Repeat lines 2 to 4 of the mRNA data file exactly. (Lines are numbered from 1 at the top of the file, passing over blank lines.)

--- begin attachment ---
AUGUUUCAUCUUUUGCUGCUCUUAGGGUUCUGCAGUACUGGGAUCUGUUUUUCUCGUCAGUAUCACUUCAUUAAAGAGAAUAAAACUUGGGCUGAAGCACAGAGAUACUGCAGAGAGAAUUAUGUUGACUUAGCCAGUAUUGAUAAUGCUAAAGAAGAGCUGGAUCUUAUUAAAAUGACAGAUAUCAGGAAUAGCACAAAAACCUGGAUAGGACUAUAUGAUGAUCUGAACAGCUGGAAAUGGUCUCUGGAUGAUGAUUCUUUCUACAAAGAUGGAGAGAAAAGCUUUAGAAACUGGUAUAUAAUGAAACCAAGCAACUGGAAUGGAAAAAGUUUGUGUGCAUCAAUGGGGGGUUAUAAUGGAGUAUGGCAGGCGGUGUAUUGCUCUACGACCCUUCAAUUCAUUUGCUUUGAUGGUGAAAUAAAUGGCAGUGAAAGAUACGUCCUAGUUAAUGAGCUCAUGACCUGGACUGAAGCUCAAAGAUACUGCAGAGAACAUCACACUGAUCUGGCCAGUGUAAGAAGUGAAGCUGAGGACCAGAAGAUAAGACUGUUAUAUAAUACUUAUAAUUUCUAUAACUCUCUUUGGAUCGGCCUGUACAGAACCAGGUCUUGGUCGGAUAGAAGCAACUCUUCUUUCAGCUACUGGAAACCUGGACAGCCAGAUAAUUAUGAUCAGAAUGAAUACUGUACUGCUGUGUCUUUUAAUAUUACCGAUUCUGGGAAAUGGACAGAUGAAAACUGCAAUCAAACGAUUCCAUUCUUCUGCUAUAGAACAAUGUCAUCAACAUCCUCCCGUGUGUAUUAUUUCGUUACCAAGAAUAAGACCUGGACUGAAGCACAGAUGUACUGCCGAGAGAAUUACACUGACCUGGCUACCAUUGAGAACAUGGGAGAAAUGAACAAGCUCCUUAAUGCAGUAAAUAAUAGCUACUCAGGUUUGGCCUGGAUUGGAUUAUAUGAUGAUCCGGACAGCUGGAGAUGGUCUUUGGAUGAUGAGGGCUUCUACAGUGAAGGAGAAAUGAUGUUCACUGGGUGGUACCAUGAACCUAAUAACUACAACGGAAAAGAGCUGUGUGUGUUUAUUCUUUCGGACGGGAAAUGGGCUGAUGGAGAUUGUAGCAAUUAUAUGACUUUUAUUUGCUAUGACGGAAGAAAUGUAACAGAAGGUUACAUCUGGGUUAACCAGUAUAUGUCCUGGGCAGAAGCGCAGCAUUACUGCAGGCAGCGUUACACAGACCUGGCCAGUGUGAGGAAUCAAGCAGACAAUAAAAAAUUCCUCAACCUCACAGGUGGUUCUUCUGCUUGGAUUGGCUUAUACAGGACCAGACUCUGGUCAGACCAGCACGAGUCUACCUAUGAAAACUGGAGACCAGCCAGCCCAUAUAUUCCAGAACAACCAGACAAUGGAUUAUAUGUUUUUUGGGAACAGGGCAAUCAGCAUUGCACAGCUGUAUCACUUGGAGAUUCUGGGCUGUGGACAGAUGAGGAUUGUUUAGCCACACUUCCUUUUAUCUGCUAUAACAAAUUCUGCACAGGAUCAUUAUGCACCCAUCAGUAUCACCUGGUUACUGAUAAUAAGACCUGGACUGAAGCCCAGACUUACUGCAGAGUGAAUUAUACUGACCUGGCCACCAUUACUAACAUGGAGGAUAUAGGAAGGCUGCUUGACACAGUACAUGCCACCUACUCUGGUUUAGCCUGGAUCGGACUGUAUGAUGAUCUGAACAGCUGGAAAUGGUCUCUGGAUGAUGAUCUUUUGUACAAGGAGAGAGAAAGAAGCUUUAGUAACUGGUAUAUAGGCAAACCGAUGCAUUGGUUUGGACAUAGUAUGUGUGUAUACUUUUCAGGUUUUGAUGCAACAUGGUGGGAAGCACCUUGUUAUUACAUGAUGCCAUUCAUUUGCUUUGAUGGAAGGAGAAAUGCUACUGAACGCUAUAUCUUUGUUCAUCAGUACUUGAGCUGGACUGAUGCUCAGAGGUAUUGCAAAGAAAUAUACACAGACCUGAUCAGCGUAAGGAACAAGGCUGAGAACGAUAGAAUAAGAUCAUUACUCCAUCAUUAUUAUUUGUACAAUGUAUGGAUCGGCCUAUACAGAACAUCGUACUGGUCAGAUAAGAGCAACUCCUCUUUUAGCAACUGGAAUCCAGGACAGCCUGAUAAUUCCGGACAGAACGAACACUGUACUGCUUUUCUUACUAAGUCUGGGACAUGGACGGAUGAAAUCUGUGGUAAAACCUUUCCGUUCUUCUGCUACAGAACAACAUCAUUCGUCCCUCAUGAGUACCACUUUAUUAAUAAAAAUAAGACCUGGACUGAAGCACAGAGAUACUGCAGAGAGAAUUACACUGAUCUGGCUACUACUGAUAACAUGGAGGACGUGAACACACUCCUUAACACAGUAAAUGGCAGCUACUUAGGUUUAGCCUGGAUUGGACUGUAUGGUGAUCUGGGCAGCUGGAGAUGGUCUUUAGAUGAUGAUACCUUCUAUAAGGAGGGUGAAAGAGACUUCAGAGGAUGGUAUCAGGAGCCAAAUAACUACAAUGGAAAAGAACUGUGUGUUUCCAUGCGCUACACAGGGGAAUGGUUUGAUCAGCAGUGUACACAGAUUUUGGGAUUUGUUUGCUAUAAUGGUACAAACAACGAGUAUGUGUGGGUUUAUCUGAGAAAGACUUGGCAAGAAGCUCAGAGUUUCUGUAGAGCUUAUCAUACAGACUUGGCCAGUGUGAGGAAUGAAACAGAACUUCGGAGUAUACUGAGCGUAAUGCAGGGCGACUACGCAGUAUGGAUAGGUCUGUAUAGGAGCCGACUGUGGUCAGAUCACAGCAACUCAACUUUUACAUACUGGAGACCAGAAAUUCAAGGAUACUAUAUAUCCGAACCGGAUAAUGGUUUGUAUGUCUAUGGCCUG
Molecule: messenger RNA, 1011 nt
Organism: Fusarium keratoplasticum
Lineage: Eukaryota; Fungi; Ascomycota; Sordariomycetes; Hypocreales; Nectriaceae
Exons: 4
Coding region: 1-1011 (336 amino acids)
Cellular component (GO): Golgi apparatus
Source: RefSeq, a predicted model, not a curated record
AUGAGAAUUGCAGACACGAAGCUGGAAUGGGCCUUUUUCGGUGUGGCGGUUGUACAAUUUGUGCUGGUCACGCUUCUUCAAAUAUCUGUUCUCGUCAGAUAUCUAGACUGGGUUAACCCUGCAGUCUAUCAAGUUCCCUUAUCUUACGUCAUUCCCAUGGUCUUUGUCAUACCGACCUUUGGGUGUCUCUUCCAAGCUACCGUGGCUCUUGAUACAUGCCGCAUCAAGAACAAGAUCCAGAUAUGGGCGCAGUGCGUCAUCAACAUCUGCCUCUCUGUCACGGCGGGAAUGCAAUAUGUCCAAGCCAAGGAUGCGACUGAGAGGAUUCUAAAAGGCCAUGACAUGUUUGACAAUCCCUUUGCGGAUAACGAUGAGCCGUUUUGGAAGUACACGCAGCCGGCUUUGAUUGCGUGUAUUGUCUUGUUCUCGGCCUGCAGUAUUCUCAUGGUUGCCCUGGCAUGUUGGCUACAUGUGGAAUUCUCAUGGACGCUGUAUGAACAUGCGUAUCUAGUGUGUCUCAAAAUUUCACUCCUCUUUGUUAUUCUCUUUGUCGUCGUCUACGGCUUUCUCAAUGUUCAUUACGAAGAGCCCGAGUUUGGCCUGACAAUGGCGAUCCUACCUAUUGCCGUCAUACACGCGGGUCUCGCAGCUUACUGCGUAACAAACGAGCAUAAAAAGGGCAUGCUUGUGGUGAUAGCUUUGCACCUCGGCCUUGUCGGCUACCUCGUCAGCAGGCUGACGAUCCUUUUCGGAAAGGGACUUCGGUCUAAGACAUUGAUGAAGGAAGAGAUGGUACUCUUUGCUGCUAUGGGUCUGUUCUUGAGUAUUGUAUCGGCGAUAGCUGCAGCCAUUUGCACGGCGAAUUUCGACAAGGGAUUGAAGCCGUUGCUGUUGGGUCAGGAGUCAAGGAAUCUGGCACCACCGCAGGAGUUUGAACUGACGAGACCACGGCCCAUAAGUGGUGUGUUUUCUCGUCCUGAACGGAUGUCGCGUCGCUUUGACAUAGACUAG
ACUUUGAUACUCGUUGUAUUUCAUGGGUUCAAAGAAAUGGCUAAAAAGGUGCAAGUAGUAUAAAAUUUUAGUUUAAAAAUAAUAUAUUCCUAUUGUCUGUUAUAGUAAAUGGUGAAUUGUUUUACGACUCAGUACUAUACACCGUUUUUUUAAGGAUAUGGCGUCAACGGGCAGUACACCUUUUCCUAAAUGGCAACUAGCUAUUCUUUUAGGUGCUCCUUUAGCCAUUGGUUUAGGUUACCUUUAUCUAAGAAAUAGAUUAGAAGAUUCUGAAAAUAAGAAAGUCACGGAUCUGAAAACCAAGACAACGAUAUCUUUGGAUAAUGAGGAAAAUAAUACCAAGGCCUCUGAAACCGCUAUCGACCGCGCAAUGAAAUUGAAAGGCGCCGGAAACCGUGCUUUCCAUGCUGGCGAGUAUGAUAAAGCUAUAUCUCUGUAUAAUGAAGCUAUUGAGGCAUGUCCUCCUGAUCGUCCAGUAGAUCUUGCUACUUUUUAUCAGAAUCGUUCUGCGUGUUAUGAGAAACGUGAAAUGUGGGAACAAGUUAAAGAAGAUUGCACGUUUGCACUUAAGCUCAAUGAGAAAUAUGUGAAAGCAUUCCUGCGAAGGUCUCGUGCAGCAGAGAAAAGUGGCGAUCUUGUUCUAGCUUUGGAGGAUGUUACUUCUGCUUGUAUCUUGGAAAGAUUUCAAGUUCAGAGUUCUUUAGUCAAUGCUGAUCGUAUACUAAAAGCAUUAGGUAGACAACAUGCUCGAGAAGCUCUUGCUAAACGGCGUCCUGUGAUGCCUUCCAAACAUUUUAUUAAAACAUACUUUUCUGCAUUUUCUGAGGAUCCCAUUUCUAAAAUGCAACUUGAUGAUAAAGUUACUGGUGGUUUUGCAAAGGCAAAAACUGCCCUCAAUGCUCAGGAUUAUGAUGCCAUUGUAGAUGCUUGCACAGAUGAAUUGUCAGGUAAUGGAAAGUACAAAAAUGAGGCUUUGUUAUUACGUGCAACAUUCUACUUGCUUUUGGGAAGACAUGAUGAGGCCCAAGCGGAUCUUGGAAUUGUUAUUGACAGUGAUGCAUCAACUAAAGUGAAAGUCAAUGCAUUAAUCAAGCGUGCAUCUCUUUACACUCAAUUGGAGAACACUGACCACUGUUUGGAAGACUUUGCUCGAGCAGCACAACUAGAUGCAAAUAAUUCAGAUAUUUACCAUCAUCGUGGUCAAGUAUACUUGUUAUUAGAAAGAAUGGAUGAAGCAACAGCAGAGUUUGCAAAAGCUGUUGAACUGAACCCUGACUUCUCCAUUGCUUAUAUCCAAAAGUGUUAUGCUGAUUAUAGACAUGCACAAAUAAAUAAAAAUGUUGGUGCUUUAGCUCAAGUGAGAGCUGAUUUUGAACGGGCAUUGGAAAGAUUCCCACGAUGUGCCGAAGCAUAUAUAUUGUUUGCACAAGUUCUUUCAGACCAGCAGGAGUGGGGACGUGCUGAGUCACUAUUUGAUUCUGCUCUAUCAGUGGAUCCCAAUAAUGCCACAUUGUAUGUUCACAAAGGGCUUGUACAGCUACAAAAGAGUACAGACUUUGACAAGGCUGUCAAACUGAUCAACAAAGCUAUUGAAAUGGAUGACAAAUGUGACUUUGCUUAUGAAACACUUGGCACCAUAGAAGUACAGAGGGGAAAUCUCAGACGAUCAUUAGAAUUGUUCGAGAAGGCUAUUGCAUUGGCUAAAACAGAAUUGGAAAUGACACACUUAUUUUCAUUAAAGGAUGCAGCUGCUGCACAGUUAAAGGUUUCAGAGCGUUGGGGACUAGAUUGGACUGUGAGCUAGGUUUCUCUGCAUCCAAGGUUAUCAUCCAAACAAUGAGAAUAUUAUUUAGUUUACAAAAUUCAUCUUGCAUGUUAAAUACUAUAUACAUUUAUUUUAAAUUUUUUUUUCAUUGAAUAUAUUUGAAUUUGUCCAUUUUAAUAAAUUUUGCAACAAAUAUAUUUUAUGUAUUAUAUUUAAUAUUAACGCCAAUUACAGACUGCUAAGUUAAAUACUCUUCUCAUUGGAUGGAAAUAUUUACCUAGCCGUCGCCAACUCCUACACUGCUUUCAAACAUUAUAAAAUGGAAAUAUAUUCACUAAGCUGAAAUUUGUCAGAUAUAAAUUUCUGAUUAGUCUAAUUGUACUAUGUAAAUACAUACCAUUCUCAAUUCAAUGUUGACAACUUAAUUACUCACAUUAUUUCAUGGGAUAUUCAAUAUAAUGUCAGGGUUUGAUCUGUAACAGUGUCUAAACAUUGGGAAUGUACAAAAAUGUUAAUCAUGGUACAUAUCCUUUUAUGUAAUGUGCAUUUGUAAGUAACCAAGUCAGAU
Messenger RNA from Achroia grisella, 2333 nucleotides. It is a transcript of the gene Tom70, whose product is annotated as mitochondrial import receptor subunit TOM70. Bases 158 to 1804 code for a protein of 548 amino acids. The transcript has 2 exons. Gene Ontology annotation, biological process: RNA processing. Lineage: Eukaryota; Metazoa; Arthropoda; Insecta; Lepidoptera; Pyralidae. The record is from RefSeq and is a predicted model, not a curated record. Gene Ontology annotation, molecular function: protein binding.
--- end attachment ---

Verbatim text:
Molecule: messenger RNA, 1011 nt
Organism: Fusarium keratoplasticum
Lineage: Eukaryota; Fungi; Ascomycota; Sordariomycetes; Hypocreales; Nectriaceae